13

14

15 舌 ( した ), 唇 ( くちびる ) 歯 ( は ), 歯茎 ( しけい ), 硬口蓋 ( こうこうがい ), 軟口蓋 ( なんこうがい ), 口蓋垂 ( こうがいす い ) 咽頭 ( いんとう ), 喉頭 ( こうとう ), 声門 ( せい もん ), 喉頭蓋 ( こうとうがい ) 声帯 ( せいたい ), 甲状軟骨 ( こうじょうなんこ つ ), 披裂軟骨 ( ひれつなんこつ ), 輪状軟骨 ( り んじょうなんこつ )

16 Two major types of sounds Consonants: speech-sounds produced when the speaker either stops or severely constricts the airflow in vocal tract. Vowels: speech-sounds produced with a relatively open vocal tract, which functions as a resonating chamber.

17 Consonants in English and Japanese Place(s) of Articulation: – lips, teeth, alveolar ridge, hard palate, velum (soft palate), … Manner of Articulation – stops (plosives), fricatives, affricates, approximants, … Voicing (Phonation) – voiced vs. voiceless

18 Stops (Oral Stops) in English (complete closure of the articulators involved so that the air stream cannot escape through the mouth.) bilabial: [p] (voiceless), [b] (voiced) – cap [cæp], cab [cæb] alveolar: [t] (voiceless), [d] (voiced) – feet [fit], feed [fid] velar: [k] (voiceless), [g] (voiced) – sack [sæk], sag [sæg]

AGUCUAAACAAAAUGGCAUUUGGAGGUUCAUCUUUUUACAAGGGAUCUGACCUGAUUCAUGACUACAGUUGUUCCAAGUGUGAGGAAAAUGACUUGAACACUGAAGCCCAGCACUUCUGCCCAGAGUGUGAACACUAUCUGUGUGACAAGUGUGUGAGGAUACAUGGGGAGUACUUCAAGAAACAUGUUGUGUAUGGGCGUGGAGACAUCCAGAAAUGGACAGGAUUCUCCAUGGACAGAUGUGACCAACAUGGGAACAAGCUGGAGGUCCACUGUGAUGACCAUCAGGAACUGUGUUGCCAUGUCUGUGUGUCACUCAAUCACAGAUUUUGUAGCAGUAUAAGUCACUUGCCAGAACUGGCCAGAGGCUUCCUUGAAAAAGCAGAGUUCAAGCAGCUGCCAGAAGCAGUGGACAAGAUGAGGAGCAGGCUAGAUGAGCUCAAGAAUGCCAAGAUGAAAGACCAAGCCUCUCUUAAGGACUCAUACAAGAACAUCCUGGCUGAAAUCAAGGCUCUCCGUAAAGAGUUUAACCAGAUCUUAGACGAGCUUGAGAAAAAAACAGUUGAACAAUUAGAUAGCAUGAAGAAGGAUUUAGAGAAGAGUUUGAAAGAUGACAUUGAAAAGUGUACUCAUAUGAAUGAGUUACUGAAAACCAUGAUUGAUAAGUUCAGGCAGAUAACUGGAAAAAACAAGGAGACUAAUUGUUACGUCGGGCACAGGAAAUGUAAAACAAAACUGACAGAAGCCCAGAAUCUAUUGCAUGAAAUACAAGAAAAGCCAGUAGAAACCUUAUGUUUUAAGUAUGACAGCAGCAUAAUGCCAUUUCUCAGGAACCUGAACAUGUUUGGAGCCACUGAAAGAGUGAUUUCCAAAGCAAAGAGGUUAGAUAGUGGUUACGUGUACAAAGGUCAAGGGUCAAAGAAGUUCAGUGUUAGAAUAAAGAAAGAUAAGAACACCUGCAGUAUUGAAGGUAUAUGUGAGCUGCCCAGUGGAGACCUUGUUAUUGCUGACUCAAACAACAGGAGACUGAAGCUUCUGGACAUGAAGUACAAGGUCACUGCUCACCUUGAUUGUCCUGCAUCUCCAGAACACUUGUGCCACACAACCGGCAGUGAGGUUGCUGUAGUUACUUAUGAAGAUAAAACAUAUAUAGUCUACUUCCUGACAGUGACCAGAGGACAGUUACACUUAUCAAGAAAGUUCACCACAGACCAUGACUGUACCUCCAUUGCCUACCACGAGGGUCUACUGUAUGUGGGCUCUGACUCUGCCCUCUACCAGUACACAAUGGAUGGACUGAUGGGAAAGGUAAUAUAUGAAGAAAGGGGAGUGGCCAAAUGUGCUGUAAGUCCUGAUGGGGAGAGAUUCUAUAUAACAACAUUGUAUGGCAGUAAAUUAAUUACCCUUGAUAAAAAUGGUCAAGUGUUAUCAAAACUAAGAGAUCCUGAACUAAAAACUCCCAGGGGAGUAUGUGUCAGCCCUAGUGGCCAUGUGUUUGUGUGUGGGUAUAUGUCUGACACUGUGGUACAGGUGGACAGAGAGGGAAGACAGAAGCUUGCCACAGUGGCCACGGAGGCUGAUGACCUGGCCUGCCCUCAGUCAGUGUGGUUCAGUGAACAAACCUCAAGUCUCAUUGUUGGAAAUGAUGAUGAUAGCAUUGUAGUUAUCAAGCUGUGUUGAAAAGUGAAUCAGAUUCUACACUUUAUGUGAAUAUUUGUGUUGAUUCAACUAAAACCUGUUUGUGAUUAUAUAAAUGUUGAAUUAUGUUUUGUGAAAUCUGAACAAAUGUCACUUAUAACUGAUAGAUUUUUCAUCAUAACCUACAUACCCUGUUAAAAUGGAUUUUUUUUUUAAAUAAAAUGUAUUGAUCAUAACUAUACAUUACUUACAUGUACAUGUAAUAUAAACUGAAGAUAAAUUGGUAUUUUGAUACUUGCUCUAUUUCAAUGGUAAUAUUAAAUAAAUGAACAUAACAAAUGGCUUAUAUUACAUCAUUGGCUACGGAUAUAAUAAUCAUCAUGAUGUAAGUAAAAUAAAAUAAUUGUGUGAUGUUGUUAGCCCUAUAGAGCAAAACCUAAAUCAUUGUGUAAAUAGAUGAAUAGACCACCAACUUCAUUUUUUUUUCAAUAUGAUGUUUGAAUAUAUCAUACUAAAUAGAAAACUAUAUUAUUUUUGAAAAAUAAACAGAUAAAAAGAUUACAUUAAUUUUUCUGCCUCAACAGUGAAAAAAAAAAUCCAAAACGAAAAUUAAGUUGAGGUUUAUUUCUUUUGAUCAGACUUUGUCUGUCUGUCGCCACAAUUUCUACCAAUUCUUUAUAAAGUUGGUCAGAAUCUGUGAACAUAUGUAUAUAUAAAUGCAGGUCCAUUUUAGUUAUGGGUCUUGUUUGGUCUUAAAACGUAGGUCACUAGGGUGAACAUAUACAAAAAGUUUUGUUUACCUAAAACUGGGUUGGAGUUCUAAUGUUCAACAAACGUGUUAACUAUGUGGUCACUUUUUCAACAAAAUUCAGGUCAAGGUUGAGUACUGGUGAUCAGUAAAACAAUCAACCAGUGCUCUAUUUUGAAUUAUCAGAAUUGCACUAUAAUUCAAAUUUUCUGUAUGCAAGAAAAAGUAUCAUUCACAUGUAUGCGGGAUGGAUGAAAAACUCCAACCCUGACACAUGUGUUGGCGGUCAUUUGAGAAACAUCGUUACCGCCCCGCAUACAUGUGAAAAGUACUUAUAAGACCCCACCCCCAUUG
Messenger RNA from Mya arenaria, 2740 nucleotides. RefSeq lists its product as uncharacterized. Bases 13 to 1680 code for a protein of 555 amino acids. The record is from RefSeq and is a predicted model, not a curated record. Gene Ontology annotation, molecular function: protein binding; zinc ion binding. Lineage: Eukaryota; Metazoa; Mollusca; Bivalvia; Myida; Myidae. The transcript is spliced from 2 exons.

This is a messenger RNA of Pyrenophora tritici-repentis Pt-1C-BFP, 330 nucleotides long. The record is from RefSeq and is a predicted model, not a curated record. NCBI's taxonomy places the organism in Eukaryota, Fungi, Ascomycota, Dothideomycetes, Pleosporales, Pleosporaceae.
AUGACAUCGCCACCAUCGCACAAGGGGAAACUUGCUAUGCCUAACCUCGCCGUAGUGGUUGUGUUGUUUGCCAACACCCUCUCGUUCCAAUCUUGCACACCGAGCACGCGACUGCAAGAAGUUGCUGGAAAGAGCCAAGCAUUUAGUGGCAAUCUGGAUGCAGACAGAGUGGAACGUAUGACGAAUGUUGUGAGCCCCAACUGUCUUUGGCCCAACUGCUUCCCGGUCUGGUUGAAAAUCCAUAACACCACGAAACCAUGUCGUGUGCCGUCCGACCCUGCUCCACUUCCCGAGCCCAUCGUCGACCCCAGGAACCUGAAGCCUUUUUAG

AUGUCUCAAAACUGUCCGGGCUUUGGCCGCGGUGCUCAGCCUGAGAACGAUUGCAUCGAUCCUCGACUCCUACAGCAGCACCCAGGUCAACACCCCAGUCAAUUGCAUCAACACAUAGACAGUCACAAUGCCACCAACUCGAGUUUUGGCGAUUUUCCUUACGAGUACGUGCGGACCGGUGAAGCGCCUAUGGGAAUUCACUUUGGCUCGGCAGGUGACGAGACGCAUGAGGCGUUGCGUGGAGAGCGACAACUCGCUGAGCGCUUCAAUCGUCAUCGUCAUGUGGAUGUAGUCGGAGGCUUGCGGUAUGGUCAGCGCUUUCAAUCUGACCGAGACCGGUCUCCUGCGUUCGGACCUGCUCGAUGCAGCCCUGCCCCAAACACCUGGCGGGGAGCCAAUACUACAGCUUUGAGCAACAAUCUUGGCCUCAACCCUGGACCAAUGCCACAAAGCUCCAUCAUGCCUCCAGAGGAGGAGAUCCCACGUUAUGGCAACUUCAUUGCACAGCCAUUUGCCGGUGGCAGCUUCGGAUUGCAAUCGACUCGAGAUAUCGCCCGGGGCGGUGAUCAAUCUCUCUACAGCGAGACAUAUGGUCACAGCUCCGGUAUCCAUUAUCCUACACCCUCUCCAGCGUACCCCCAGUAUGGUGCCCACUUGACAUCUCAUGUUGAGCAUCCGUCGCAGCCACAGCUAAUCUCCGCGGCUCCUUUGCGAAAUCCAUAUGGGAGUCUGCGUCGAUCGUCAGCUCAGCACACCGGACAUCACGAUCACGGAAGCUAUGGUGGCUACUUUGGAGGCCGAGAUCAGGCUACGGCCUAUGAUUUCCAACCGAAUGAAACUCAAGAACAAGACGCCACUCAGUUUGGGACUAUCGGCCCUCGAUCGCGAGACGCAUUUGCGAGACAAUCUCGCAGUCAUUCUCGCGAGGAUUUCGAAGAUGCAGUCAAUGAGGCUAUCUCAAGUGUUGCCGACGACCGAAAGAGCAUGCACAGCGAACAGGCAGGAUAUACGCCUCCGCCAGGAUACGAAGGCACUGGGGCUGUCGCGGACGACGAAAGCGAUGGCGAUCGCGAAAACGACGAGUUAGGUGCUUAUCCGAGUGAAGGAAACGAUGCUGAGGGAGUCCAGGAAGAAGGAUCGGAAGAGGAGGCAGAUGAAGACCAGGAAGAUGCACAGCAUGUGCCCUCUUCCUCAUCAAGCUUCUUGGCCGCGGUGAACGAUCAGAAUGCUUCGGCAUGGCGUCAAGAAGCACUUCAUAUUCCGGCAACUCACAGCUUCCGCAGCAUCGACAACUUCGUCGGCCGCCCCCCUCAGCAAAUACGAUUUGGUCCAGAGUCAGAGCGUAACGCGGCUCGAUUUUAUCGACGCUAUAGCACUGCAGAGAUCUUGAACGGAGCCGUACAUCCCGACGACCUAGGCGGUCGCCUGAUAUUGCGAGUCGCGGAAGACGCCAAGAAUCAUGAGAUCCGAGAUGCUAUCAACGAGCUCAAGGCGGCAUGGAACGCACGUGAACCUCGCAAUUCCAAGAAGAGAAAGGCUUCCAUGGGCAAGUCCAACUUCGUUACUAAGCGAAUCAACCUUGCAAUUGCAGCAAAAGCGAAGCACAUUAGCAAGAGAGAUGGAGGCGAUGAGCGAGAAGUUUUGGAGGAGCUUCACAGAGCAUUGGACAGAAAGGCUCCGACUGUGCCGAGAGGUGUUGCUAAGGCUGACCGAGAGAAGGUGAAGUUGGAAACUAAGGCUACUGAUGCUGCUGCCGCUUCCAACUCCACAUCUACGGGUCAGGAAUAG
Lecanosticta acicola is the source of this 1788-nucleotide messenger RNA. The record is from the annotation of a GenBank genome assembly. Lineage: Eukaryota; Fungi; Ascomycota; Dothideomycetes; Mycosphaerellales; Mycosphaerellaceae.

19 Stops (Oral Stops) in English [p h ], [t h ], [k h ] in syllable-initial position – pin [p h in] vs. spin [spin], hip [h ɪ p]

20 Stops (Oral Stops) in Japanese bilabial: [p] (voiceless), [b] (voiced) – パン, 番 ( ばん ) alveolar: [t] (voiceless), [d] (voiced) – 竹 ( たけ ), だけ velar: [k] (voiceless), [g] (voiced) – 滓 ( かす ), ガス ( 濁点 ( だくてん ; “ ゛ ”) indicates [+voiced])

21 Stops (Oral Stops) in Japanese No or less aspiration (in syllable- or word- initial position) – パン [pan], 手 [te], 木 [ki] Japanese alveolar stops ([t], [d]): the front part of the tongue blade contacts the alveolar ridge English alveolar stops ([t], [d]): the tongue tip contacts the alveolar ridge